Film Threat archive logo


By Mark Bell | May 30, 2007

All told, the first week’s screenings were generally a mediocre affair. Comedy isn’t for everyone, and it showed. Luckily there were a few real stand-outs in the group, painting a competitive picture worth checking in on weekly. In a darker light, the three films that were bad were REALLY bad, making the predictions for the first three filmmakers to be eliminated rather easy. As weeks go on, I’m sure the merits of each short will become more subjective and debated, but right now, the choices are obvious:

Predictions for the Worst Three Filmmakers

1.) “Wack Alley Cab”, directed by Kenny Luby
I’ll admit, there’s a personal bias to the extent that I think he was, in the prequel episodes, a poor filmmaker that snuck through into the first 18. However, I have a strong theory in general about how you may be able to sneak in the door, but quality of some form is what keeps you there, and if you’re not talented, it will come out eventually. With Kenny, it took about 15 minutes into this week’s screening episode. “Wack Alley Cab” was nonsensical, effects-wise very lazy (just because you played with a filter or three in Final Cut or Premiere does not a style make) and overall weak. If Kenny is not eliminated, I’ll be very surprised.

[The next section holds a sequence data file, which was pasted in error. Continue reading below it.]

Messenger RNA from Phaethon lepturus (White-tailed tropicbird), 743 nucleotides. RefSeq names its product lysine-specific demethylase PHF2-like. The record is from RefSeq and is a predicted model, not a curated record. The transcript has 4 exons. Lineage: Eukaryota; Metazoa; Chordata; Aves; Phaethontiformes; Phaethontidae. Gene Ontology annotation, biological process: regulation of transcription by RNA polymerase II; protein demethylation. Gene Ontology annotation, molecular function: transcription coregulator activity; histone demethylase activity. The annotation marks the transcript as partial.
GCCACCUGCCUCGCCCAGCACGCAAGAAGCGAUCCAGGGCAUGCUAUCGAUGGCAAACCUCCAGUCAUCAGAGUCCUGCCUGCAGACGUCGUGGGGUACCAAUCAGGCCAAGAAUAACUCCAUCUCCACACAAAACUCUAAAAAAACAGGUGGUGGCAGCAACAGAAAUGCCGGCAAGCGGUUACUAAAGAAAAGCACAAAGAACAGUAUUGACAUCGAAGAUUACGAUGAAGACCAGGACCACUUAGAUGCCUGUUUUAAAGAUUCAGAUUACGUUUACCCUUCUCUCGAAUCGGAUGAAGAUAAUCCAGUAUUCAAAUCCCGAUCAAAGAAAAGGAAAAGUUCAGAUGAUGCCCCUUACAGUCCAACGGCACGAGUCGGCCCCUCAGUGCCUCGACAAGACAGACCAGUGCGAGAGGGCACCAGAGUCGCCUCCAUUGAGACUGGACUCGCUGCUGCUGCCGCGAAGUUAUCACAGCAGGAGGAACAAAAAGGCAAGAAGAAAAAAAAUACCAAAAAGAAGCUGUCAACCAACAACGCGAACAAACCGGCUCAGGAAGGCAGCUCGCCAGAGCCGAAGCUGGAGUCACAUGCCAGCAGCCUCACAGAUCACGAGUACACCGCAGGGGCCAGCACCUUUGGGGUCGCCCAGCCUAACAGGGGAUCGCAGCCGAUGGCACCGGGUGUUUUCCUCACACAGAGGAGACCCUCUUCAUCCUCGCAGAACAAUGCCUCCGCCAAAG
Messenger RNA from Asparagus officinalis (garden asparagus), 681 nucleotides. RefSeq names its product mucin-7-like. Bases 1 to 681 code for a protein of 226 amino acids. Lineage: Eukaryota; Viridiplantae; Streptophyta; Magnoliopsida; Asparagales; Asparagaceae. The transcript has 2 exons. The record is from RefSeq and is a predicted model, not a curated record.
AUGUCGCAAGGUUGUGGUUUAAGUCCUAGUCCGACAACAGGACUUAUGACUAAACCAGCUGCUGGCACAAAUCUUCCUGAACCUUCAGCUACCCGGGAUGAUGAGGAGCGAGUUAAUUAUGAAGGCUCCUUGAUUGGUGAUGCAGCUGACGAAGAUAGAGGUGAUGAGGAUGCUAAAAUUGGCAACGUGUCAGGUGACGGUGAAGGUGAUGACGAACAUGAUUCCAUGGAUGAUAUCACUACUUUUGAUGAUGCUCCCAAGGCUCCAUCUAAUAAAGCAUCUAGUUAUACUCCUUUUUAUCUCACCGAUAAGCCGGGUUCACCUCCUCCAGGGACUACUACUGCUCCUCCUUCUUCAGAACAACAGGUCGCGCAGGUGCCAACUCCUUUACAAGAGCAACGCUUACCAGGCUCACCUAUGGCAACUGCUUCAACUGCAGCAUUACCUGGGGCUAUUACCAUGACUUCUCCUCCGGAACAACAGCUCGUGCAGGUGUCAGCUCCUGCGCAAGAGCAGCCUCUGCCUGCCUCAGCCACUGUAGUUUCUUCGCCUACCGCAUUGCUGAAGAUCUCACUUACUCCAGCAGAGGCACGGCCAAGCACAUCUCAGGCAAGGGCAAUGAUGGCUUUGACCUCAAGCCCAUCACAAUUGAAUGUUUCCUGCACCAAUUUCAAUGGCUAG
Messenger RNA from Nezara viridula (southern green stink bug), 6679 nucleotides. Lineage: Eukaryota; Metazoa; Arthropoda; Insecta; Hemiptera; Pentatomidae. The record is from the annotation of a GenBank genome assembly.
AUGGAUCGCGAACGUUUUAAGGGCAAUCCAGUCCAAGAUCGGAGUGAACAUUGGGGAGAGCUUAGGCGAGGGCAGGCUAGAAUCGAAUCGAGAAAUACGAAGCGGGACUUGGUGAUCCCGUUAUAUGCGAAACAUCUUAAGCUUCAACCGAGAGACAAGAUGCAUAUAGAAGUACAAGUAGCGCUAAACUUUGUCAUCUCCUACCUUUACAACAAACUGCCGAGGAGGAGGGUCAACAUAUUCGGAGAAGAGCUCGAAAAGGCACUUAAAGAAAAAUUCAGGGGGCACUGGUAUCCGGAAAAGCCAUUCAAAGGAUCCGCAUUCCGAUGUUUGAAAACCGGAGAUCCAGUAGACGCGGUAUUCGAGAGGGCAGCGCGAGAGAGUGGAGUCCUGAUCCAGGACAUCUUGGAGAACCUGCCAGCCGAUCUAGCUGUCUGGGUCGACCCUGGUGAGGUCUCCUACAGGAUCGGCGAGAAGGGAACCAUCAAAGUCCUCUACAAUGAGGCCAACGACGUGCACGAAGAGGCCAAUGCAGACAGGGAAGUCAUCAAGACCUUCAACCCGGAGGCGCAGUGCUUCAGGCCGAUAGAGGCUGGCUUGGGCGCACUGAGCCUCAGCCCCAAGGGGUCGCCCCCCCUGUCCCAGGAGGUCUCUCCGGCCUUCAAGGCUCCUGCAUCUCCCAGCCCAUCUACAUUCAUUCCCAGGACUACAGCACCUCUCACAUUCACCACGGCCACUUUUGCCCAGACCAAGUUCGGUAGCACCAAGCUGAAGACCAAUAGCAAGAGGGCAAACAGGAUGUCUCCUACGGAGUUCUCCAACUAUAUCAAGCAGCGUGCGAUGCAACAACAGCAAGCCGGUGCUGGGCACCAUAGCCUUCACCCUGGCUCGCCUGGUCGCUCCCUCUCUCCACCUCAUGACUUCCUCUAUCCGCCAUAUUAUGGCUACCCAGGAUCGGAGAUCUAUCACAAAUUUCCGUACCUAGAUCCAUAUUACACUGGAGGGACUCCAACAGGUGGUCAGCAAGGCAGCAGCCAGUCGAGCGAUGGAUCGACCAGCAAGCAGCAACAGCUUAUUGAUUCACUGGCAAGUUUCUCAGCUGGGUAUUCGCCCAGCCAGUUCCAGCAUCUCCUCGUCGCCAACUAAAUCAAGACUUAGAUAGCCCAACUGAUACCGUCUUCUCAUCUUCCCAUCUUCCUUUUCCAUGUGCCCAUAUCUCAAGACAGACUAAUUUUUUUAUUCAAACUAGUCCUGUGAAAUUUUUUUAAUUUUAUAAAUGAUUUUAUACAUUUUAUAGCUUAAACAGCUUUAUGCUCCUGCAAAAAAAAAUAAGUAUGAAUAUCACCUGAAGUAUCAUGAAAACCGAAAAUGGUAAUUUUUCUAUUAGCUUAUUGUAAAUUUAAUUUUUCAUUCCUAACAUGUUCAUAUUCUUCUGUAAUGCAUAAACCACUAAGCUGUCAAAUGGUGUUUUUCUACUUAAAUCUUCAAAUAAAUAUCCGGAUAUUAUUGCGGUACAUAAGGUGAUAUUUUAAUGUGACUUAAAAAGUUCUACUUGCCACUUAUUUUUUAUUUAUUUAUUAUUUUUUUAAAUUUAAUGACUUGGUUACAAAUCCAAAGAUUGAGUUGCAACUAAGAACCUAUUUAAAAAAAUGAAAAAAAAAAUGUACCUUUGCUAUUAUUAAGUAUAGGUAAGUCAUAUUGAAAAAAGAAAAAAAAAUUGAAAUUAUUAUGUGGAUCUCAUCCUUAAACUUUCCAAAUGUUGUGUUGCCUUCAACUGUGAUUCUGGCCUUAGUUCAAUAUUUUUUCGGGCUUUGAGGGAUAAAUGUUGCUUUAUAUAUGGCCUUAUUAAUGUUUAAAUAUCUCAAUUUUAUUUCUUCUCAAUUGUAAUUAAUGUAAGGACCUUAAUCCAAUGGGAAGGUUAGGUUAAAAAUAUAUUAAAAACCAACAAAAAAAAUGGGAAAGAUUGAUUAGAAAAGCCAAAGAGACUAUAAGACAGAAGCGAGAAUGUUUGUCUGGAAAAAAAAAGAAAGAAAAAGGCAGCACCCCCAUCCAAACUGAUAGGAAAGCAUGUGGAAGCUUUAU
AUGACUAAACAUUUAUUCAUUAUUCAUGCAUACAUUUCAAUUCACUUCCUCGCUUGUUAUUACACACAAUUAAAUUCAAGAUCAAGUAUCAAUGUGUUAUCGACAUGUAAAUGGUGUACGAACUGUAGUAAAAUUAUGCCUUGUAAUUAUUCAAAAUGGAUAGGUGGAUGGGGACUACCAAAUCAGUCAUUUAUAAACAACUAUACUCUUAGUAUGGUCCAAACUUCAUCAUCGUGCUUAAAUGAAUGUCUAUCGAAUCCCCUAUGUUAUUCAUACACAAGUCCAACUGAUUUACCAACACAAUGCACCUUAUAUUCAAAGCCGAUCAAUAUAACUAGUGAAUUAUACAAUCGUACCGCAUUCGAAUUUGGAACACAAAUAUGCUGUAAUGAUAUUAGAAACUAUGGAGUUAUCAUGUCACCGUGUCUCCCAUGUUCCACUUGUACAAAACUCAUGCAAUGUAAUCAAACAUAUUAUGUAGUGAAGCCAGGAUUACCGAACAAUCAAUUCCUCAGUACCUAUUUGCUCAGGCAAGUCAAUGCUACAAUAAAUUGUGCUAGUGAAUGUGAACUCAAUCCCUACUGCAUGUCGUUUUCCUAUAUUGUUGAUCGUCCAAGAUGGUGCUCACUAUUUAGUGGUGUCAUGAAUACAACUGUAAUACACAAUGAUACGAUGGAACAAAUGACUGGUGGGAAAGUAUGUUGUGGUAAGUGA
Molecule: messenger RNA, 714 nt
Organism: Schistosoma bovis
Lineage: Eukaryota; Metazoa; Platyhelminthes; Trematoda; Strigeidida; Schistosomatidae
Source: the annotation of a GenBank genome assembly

2.) “…To Screw in a Lightbulb”, directed by Jessica Brillhart
Jessica took a very complicated approach to comedy, and didn’t execute it at all, leaving a confused mess for the audience to scratch their heads over and, most likely, dismiss. I didn’t get this one at all (based on shot composition, before seeing the wide shot of all the characters, I actually thought it was about a guy with a hook for a hand trying to change a lightbulb), and I don’t think anyone else did either.

3.) “The Big Bad Heist”, directed by Marty Martin
One of the first things you learn when taking a test in school is that you need to read the directions and follow them. Doesn’t matter how good you do if it doesn’t fit the challenge, and making a one minute trailer when a one minute short is what is requested should be an automatic elimination, especially when you have 17 other filmmakers following the rules and living and dying by those guidelines.

Got your own opinion about this week’s screening episode? Disagree with my predictions? Are you one of the filmmakers? Join in the conversation at the Official “On the Lot” Discussion Thread. I’ll be back next week to talk about the eliminated filmmakers, give my thoughts on the next batch of shorts and to predict another crew of losers.

– Mark Bell, Editor-on-a-Sofa

Leave a Reply

Your email address will not be published. Required fields are marked *

Join our Film Threat Newsletter

Newsletter Icon